BEFORE HE hit the Big Band Big Time with the Glenn Miller Orchestra, "Tex" Beneke played tenor saxophone in swing bands in junior and senior high school. "We played country clubs, air bases. . . . anything we could get, we considered ourselves lucky," says Beneke, now 78, and still swinging from coast to coast with his orchestra, playing "Music in the Miller Mood."

Gordon Lee Beneke was a tender 23 when he hooked up his horn with the young, unknown Miller, then a studio player and arranger for NBC. "I was with the Ben Young band and we were working Detroit when drummer Gene Krupa was there looking for boys for his own new band," Beneke recalls. "It was 1938, and he had just left Benny Goodman's band. He came out and heard our band and took three boys with him to New York City. I was very disappointed because he didn't pick me.

"But it turned out he was impressed, and when he went back to New York, he told Glenn about this sax player he was certain Glenn would like. And that was me." Beneke received a personal phone call from Miller, who hired him for $52.50 a week. "Well, I figured that was my chance to get to New York City, and being a little greenhorn kid from Texas, I couldn't wait to get going. There were quite a few big bands around then. All the ballrooms were going strong."

Miller was a "very strict and stern businessman," Beneke recalls, "but he knew exactly what he wanted, how to get his particular sound from each instrument, even though he was strictly a trombonist. He taught each of us so much about our own instruments. He originated his own distinctive sound: lead clarinet with the melody on the top, the tenor sax section doubling it an octave lower and the other three saxes filling in harmony. Nobody else had that sound."

In addition to a start, Miller gave Beneke his nickname. "Of course, anyone who leaves Texas winds up being called 'Tex' wherever they go. So when I walked into rehearsal, Glenn said 'Hello there, Texas' and it stuck. Now when someone calls me by my given name, I do a double-take, and I know they must be from home."

During the Miller years the orchestra received the first gold record in history for their 1941 recording of "Chattanooga Choo Choo" (from the movie "Sun Valley Serenade," which the Glenn Miller Orchestra starred in with Sonja Henie). Beneke sang lead vocals on the tune, backed by Paula Kelly and the Modernaires. It sold 1.2 million copies, quite an achievement in the days before mega-marketing.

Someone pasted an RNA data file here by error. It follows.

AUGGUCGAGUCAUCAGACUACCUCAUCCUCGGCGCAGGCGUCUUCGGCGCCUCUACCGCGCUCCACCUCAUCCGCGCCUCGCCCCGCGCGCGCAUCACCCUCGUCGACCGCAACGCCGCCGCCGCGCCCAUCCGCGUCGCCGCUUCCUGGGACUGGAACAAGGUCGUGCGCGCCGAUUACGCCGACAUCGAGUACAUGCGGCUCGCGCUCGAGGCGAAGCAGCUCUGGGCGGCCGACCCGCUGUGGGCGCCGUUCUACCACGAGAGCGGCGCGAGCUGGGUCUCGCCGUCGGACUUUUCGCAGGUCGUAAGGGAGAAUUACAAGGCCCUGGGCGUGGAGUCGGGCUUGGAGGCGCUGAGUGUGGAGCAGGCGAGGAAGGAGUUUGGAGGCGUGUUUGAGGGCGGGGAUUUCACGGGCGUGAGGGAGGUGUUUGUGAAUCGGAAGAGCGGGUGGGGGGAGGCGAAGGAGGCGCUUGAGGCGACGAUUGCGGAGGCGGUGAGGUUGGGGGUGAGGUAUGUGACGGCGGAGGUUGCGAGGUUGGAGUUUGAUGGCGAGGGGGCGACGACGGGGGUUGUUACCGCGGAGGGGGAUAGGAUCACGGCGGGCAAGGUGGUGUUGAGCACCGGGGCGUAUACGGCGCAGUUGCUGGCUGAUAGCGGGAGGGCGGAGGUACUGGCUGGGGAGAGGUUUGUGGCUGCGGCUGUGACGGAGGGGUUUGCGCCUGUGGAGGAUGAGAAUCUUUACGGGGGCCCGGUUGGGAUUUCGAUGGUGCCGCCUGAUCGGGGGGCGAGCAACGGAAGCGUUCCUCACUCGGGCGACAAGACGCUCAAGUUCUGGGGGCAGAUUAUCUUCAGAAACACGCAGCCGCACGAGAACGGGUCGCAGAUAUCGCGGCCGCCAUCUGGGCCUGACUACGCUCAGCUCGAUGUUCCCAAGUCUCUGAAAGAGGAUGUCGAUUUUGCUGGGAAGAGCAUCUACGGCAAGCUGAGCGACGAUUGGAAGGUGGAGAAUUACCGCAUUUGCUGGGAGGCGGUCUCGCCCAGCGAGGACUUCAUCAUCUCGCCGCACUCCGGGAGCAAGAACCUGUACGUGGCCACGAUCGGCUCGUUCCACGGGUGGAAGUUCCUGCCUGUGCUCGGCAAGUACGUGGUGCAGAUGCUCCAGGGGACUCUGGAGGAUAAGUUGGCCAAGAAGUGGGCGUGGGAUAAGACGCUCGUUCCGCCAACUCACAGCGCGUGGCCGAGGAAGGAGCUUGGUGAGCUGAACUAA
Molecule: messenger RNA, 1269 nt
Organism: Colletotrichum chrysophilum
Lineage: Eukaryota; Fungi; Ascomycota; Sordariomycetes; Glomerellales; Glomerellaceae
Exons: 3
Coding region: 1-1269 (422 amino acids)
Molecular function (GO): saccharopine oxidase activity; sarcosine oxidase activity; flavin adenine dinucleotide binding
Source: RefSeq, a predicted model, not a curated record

Maj. Glenn Miller was lost in an air crash over the English Channel on Dec. 15, 1944. "Before the war, Glenn wanted to give me a few players and start me off with my own group, but I said, 'Glenn, I don't think I'm really ready just yet.' So after he died, Helen, Glenn's widow, knew of his plans for me, and she turned everything over to me. Gradually, we began to play his name down."

Beneke says he's thrilled by today's second coming of swing. "We're finding that the young kids are rediscovering big bands. I think they're tiring of all this rock 'n' roll, tired of going deaf. And we launch into 'Chattanooga Choo Choo' and they'll get up and dance -- what they call 'touch dancing,' you know, instead of 20 feet apart. It's like if you keep an old necktie long enough, you can wear it again sooner or later."

The veteran jazzman says he still travels nine months out of the year, and still sings "Ida, Sweet As Apple Cider," "I've Got A Gal In Kalamazoo," and "Little Brown Jug" all over the country, but he flies these days, with a "nucleus of about three-four regular boys." He contracts the rest of his orchestra from groups of local musicians wherever he appears. When he's on the West Coast, he's joined by bass player Rolly Brundock from the original Miller orchestra.

"Some places you can't fly into, so we still wind up on buses or trains, like in the old barnstorming days. That gets to be a little rugged when you get older. I can't crawl back to Greyhound," Beneke says with a laugh. "But back then, it got so that our boys couldn't sleep in a hotel bed when they had the chance--because it wasn't rocking and shaking! But we enjoyed it. We were kids, it was an adventure, and every place we played was new to us.

"In order to get to play, I've got to travel, though. One goes with the other," says Beneke, who was inducted into the Shoreham Hotel's entertainment Hall of Fame yesterday. "I'll be doing it as long as I'm able."